Scot uses bed frames to heat African hospital


AN EDINBURGH engineer is using old bed frames to supply a tiny Tanzanian hospital with hot water for the first time.

Shirati, which lies on the shores of Lake Victoria, serves a population of 200,000 in an area where poverty, malaria and AIDS/HIV are endemic.

The rural hospital has almost no running water and every day hundreds of sheets have to be washed by hand in water boiled over wood fires.

With no constant supply of power either, Shirati’s medics are forced to carry out emergency operations, like caesareans, by torch light or using the light from mobile phones.

But things are set to change thanks to Dr. Tom Grassie, an engineering lecturer at Edinburgh Napier, who is leading a project to install vital kit in to the struggling hospital.

He has developed a system which will use the scrap-metal from disused hospital beds to provide a ready supply of hot water to the site.

Bedframes were recycled into a heating system

Tom said: “I’ve got a strong re-cycling, skip-racking philosophy and when I was at Shirati I noticed a yard full of old beds. I essentially saw their frames as free, water pipes which could be used for a rooftop solar water heater system.”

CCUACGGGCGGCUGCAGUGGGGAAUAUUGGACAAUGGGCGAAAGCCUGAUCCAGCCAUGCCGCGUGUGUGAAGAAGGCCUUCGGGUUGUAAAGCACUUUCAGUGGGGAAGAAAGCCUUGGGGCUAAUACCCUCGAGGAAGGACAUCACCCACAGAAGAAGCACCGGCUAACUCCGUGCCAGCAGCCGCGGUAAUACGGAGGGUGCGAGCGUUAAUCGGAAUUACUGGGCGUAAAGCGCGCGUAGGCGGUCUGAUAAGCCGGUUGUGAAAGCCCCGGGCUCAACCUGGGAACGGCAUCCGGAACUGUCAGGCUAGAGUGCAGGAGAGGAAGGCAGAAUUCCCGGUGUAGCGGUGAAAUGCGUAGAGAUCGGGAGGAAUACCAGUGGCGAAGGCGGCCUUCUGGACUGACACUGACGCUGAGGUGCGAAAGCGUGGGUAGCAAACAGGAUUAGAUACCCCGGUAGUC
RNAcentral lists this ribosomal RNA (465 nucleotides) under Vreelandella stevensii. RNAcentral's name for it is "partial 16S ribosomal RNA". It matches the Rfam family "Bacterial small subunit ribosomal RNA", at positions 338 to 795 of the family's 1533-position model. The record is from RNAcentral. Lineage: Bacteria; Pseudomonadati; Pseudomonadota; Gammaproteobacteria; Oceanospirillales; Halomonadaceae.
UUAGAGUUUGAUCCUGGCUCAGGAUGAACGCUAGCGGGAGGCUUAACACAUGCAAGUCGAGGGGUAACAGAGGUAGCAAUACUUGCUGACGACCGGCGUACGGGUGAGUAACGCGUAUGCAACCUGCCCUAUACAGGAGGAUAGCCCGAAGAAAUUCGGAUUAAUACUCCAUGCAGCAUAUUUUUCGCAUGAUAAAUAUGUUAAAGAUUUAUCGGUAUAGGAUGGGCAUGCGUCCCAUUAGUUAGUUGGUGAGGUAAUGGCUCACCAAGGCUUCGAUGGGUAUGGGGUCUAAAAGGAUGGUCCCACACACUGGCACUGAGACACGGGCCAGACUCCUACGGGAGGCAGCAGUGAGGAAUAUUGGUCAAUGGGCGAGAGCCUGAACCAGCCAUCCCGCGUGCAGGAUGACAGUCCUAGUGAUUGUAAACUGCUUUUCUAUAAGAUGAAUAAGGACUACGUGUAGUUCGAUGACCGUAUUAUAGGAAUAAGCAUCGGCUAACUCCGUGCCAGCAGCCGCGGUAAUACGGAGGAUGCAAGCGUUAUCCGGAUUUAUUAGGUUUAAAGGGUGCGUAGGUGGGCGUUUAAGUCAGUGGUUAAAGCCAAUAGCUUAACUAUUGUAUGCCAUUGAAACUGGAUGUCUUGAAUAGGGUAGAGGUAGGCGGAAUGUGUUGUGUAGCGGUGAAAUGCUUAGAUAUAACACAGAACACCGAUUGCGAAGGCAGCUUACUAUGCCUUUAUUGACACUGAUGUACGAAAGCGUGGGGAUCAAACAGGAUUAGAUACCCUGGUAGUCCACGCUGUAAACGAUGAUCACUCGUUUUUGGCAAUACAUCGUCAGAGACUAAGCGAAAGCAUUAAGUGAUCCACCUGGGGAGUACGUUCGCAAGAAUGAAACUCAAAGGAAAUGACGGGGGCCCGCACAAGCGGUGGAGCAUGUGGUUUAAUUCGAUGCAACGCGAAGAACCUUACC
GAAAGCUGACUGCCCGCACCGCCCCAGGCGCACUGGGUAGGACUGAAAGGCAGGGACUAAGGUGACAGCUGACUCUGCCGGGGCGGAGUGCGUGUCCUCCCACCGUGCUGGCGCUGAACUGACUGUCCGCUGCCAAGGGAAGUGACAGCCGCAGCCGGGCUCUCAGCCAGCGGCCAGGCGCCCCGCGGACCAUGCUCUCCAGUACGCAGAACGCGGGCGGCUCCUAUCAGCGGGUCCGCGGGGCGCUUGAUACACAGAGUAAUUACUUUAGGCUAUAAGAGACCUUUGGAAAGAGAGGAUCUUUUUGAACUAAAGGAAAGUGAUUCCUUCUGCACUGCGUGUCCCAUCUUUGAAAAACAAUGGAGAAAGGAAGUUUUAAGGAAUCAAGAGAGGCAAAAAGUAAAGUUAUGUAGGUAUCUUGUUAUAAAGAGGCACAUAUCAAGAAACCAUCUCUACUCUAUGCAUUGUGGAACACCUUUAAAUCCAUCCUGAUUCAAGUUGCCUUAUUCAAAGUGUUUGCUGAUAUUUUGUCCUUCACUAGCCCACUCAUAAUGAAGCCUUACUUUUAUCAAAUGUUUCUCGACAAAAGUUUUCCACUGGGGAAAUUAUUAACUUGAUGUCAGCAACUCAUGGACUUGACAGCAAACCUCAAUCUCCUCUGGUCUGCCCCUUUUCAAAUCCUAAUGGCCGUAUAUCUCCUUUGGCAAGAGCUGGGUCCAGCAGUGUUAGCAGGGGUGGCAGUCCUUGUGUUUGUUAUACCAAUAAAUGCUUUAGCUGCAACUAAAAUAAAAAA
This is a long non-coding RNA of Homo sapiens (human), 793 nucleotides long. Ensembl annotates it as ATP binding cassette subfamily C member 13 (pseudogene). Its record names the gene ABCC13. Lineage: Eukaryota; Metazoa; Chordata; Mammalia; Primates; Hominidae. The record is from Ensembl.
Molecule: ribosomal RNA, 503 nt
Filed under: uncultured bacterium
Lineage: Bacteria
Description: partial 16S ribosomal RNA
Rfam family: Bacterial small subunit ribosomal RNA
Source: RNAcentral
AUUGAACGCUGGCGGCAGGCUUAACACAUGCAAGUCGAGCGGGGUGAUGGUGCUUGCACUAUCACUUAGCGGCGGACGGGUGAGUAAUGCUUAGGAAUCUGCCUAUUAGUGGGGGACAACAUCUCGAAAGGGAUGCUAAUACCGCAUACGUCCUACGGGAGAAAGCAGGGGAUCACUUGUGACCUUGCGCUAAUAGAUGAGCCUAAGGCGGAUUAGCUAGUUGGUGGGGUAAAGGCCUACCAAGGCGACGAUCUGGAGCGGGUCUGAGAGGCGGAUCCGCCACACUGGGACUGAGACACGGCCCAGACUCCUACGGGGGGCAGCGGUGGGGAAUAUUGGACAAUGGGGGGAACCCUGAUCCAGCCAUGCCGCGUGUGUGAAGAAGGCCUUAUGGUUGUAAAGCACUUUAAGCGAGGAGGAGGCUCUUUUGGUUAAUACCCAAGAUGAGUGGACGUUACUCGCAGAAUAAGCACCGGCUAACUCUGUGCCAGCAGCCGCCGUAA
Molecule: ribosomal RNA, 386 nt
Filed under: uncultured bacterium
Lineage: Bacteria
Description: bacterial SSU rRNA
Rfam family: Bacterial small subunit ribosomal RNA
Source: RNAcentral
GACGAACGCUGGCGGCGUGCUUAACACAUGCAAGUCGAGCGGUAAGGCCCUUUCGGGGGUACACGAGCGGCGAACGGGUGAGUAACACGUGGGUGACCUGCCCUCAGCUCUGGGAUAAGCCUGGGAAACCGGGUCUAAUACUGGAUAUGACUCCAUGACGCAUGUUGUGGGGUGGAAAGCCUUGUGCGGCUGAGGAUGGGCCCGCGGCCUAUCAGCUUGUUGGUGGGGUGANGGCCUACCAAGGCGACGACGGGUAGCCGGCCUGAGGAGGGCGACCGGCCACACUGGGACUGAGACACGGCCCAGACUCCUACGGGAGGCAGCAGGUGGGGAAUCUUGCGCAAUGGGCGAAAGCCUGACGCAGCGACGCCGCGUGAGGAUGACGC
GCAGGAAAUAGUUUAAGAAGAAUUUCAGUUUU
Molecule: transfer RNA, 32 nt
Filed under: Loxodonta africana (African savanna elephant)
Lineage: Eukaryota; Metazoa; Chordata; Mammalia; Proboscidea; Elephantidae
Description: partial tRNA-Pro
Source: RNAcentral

And the keen-eyed engineer isn’t stopping there. He’s also set to put an end to the hospital’s power problems after designing a solar-energy system, giving the Operating Theatre constant and interrupted electricity.

Tom said: “The system uses a large bank of rechargeable batteries, powered up by solar electric panels (PV panels). By incorporating inverters into the system, it means that both the generator, when on line, and the national grid, when connected, will be able to add charge to the batteries.

“It’ll lead to a guaranteed uninterrupted power supply for a period of 4 days without having to use either mains power or the generator.”

Tome Grassie is behind the project

Shirati Hospital spokesman Jo Magatti said: “Without power even the most sophisticated equipment is redundant. The situation in the theatre was dire. The new power system will transform the way our medics can work.”

Dr. Grassie, who is a renewable technologies expert, has so far managed to raise more than £16,000 for the energy project.

But he says he is keen to continue to collect funds to make other essential improvements.

“Shirati is in desperate need of a decent refrigeration system to keep bloods and medicines, so we’d like to continue to fundraise to make that happen”, he said.

The Scot will head back to Tanzania later this year to complete stage one of the project.